In half of the populations surveyed, there were repeated outbreaks. In almost a quarter of the cases, frog numbers dropped by more than 80 per cent.

Ranavirus is thought to have appeared in Britain in the 1980s, introduced through imported fish or amphibians. The plague was first reported in the southeast England and has spread as far as Manchester, Cornwall and Wales.

Copyright 2010 United Press International, Inc. (UPI). Any reproduction, republication, redistribution and/or modification of any UPI content is expressly prohibited without UPI’s prior written consent.

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Researchers Find Small Tigers

DHAKA, Bangladesh, Oct. 1 (UPI) — U.S. researchers said tigers in the Sundarbans forests of Bangladesh weigh about half as much as Bengal tigers in other areas.

The U.S. Fish and Wildlife Service research, carried out by the University of Minnesota and the Bangladesh Forest Department, found the average female Sunderbans tiger weighs 170 pounds, compared to 304 pounds for other wild Bengal tigers in South Asia, the BBC reported Friday.

Adam Barlow, a co-author of the research, said the team is unsure of the cause behind the comparative smallness of the tigers.

“This could be related to the small size of deer available to tigers in the Sundarbans, compared to the larger deer and other prey available to tigers in other parts,” he said.

The team said the Sundarbans tigers could be among the smallest tigers in the world.

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Food Items Fail Hong Kong Safety Checks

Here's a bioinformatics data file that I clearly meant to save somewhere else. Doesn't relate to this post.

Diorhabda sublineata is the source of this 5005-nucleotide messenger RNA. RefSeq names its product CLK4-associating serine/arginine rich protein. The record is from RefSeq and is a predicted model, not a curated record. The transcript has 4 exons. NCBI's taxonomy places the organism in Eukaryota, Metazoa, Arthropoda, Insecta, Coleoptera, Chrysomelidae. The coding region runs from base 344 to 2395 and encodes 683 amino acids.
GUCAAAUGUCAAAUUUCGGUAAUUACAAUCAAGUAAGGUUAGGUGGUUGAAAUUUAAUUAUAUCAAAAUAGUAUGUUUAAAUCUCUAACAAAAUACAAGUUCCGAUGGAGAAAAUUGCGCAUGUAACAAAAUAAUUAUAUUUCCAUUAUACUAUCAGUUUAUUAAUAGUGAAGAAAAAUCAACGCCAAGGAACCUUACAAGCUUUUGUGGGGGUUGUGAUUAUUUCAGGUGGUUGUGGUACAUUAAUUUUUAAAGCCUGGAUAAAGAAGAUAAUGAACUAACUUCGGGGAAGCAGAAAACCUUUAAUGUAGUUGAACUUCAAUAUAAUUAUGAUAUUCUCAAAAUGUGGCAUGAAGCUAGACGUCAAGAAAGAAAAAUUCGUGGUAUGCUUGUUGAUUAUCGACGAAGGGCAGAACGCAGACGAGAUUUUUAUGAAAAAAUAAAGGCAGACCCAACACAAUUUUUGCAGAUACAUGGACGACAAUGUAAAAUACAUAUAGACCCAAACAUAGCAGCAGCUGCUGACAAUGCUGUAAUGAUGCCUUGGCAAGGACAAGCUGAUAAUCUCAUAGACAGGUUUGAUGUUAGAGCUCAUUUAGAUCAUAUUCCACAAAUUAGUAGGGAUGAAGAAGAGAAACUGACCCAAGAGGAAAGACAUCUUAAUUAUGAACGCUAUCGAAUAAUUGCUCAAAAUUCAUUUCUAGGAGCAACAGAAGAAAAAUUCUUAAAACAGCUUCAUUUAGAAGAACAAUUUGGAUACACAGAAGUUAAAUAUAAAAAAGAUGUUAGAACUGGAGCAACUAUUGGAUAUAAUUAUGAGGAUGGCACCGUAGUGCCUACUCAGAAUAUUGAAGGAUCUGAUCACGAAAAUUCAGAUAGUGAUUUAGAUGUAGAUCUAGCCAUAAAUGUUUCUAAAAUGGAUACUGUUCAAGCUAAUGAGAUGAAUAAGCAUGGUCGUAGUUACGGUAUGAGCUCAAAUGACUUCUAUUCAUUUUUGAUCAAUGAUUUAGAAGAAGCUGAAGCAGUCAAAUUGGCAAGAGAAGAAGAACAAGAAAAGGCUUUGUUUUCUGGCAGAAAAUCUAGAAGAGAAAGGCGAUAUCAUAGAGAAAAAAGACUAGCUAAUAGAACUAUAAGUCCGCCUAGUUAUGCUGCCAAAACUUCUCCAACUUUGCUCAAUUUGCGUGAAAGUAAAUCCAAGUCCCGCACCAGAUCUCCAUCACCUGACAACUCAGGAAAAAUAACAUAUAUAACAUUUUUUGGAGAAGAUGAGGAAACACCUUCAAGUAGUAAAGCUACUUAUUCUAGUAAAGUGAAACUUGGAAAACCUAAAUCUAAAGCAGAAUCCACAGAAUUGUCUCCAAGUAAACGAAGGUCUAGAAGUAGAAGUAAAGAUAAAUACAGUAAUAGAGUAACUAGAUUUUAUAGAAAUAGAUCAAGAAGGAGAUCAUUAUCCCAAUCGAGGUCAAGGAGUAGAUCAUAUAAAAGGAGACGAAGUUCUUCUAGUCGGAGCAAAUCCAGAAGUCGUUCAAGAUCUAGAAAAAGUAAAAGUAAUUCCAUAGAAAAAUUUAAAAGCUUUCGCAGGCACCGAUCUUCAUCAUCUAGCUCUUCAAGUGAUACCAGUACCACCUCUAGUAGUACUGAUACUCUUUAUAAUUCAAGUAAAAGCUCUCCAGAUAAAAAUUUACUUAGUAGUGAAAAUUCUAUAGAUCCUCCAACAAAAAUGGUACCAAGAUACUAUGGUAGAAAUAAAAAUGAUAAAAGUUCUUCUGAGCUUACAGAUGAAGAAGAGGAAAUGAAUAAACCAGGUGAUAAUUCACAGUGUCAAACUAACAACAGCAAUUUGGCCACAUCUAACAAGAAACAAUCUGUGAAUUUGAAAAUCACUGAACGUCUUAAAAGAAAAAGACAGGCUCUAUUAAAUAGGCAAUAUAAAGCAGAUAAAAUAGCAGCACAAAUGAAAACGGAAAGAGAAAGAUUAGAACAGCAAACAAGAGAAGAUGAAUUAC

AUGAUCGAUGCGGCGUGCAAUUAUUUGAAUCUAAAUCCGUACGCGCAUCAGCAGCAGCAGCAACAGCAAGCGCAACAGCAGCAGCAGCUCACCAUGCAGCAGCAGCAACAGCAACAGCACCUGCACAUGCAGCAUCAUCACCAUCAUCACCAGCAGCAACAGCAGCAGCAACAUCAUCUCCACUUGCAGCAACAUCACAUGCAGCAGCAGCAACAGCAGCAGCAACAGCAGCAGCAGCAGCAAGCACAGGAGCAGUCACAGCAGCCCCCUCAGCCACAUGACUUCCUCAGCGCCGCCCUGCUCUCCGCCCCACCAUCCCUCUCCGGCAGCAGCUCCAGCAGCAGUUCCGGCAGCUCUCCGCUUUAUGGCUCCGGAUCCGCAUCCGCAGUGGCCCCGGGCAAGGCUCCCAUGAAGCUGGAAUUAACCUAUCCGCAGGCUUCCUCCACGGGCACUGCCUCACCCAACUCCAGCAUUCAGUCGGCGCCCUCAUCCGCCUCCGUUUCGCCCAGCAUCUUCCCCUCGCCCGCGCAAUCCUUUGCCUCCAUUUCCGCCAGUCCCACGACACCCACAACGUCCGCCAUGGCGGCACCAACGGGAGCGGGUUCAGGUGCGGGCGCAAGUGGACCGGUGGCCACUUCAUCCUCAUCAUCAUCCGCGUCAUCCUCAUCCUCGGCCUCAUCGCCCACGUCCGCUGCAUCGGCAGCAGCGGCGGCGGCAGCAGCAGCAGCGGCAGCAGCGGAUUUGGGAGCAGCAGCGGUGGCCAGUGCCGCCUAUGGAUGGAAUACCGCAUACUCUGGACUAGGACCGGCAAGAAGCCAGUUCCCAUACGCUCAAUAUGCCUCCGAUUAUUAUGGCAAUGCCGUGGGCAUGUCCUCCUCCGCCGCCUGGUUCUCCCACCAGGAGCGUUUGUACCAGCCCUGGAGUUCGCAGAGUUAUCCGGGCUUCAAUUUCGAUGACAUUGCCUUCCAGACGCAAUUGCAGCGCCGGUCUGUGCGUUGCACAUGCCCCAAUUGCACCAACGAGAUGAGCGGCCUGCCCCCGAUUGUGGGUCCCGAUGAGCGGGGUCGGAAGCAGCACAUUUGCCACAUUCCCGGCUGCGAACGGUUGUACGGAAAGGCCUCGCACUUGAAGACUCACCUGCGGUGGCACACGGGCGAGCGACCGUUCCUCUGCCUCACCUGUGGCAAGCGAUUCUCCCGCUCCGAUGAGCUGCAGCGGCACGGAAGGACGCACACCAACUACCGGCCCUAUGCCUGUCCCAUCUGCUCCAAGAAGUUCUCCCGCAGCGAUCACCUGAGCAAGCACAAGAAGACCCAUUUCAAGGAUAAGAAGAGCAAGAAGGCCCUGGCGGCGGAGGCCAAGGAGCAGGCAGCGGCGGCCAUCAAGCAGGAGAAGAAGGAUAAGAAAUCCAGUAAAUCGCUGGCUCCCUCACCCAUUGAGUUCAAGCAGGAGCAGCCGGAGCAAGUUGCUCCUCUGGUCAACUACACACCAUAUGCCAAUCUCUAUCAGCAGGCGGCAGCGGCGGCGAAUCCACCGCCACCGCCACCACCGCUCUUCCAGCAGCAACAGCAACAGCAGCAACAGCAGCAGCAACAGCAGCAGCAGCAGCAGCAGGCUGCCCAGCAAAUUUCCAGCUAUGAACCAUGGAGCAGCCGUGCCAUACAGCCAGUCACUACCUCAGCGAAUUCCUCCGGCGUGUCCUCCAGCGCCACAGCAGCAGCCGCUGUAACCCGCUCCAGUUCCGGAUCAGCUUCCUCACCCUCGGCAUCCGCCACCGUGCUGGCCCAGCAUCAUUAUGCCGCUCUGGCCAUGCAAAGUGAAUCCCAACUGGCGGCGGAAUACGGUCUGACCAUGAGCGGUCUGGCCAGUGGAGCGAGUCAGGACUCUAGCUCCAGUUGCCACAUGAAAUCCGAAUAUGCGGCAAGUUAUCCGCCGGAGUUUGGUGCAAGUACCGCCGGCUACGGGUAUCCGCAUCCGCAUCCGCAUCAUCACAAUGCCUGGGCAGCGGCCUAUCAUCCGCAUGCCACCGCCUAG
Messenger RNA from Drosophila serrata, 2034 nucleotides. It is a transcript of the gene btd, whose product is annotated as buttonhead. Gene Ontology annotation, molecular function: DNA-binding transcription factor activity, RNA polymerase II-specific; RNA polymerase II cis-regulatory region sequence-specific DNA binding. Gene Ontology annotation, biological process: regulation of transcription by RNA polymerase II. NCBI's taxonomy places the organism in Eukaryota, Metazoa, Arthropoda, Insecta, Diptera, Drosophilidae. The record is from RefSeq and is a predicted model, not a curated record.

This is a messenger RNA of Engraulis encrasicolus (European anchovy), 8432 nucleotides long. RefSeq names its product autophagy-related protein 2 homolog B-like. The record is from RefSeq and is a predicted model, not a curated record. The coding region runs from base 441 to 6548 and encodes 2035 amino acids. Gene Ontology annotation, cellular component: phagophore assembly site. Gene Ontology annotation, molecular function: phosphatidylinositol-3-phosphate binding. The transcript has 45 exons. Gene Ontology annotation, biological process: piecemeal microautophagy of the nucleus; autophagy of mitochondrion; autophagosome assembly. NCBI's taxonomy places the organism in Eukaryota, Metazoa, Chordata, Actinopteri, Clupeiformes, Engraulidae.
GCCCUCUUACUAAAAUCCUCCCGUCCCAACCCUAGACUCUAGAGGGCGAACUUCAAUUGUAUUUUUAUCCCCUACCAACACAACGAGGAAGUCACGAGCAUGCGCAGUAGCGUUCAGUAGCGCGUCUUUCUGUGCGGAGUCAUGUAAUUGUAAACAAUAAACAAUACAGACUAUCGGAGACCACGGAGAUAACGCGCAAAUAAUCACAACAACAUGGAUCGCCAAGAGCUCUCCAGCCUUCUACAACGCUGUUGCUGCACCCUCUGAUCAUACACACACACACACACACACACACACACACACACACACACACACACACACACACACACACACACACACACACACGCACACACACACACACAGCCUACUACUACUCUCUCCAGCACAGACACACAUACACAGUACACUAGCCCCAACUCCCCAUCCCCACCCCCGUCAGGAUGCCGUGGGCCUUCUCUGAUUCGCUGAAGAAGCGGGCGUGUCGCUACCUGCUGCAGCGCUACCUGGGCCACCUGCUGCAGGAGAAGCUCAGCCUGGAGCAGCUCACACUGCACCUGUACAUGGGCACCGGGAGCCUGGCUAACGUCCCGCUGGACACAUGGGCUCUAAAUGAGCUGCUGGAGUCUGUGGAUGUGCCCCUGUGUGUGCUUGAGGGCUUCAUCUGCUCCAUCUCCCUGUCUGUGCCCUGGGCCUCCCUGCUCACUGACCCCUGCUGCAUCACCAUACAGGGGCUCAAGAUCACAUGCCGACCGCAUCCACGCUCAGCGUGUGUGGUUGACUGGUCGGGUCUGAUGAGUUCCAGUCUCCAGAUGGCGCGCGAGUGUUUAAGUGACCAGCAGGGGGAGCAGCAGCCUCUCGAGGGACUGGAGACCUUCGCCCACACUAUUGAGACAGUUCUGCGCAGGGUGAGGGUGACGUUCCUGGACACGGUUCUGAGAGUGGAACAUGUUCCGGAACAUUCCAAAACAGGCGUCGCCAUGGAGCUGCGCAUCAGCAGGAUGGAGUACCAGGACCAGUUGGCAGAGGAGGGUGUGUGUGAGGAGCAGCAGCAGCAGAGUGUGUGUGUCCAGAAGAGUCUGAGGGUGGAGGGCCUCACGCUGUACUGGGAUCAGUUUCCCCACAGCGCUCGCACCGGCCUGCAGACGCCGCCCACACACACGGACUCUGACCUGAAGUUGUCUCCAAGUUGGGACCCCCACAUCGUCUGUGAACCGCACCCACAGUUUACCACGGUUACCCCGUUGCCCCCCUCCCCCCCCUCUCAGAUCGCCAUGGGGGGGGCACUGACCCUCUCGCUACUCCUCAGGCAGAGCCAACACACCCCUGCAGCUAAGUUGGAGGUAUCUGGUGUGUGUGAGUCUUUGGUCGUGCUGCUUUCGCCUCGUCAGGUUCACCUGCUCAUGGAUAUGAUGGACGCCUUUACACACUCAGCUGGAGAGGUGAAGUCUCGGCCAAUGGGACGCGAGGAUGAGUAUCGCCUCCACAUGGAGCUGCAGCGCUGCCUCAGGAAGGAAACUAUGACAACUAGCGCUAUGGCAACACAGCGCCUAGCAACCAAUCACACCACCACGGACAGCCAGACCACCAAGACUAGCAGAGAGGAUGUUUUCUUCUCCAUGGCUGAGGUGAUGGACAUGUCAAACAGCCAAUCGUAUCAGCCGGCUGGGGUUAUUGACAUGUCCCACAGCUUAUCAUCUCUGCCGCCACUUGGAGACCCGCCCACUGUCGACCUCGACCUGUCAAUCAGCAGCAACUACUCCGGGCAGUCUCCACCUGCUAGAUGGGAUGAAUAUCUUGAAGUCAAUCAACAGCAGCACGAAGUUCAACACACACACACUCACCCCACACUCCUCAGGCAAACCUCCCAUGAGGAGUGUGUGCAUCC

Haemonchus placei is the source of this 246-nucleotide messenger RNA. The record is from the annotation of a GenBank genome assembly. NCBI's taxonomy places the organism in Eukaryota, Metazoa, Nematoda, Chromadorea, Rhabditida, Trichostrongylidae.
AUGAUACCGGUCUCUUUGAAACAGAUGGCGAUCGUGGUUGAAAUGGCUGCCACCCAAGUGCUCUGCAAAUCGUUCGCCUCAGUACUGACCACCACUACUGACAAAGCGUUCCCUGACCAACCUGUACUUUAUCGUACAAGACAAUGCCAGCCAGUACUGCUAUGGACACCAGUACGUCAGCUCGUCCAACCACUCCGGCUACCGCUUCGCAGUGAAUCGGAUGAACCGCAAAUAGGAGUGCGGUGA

HONG KONG, Sept. 30 (UPI) — Food safety authorities in Hong Kong say recent tests of 3,900 food samples in local shops and restaurants found 14 food items that failed safety checks.

Hong Kong’s Center for Food Safety took about 2,700 samples for chemical tests and the remainder for microbiological and other tests, Xinhua news agency reported.

Among the food items failing were frozen suckling pig with excessive levels of a veterinary drug, frozen fish and shrimp with high mercury levels, and some fresh fish with elevated levels of cadmium, Xinhua said.

A sample of Singaporean-style fried noodles was contaminated with bacteria, while other foods were found to contain banned preservative chemicals.

The food safety center issued citations to the shops and restaurants involved, Xinhua reported.

Copyright 2010 United Press International, Inc. (UPI). Any reproduction, republication, redistribution and/or modification of any UPI content is expressly prohibited without UPI’s prior written consent.

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China Opens Polar Marine Museum

TIANJIN, China, Sept. 30 (UPI) — China says its newly opened marine museum in the northern port city of Tianjin, displaying thousands of rare polar marine species, is the country’s largest.